Arnall says that is a mistake- "Not applying any fertilizer is also not the answer, a small amount of N, P, or K can mean very big returns in terms of yield. It is very similar to driving with today's gas prices. If you are at a location where the gas is really expensive, you do not want to buy more than you need to get to your final destination or even enough to get there, but then again you don't want to leave the gas station without making sure that you have enough to get to the next station. Running out of nutrients early in season is worse than running out of gas. If you run out of gas, you walk and your pride is hurt. If your wheat runs out of nutrients you're losing yield and profits."
Texas and Southwest Cattle Raisers Want Large Animal Vet to Head Up Vet School at TAMU.
~~~~~~~~~~~~~~~~~~~~~~~~~~~~~~~~~~~~~~~~~~The Texas and Southwestern Cattle Raisers Association board of directors issued three policy resolutions earlier this week during their summer meeting at the Lost Pines Resort asking for greater research into and prevention of trichomonaisis; protecting ranchers' rights to conduct safe prescribed burns; and encouraging Texas A&M University to recruit a large-animal veterinarian to lead that university's College of Veterinary Medicine and Biomedical Research.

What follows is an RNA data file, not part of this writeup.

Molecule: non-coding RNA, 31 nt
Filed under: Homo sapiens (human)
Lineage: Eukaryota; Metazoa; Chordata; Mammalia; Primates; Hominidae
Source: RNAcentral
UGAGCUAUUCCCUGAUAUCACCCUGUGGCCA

The resolution on the Vet School reflects the problems that is being seen all over the country- the decline in Large Animal Vets versus Vets that want to stay in town and treat pets. There has been discussion on this issue in Oklahoma- as we look for ways to offer incentives for students to study to become a large animal vet- and then get out in the country and be one!
The TSCRA Executive committee asked the board to consider a resolution directed to the College of Veterinary Medicine and Biomedical Research at TAMU. TSCRA leadership has long been concerned with the diminishing number of large-animal veterinarians in rural areas. TSCRA's policy "requests the president, chancellor, and board of regents of Texas A&M University recruit a production agriculture veterinarian to be the new dean of the College of Veterinary Medicine and Biomedical Sciences."
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Checking the Markets...Waiting on Cash Trade in Texas/Oklahoma.
~~~~~~~~~~~~~~~~~~~~~~~~~~~~~~~~~~~~~~~~~~We saw some limited cash cattle trade on a dressed basis in Kansas on Thursday afternoon- with trade at $149- and a few sales in Kansas at $94- less than what a lot of feedlots have been expecting most of the week. A more active trade is expected on Friday- although it could easily slip to after the release of the Cattle on Feed numbers at 2 PM.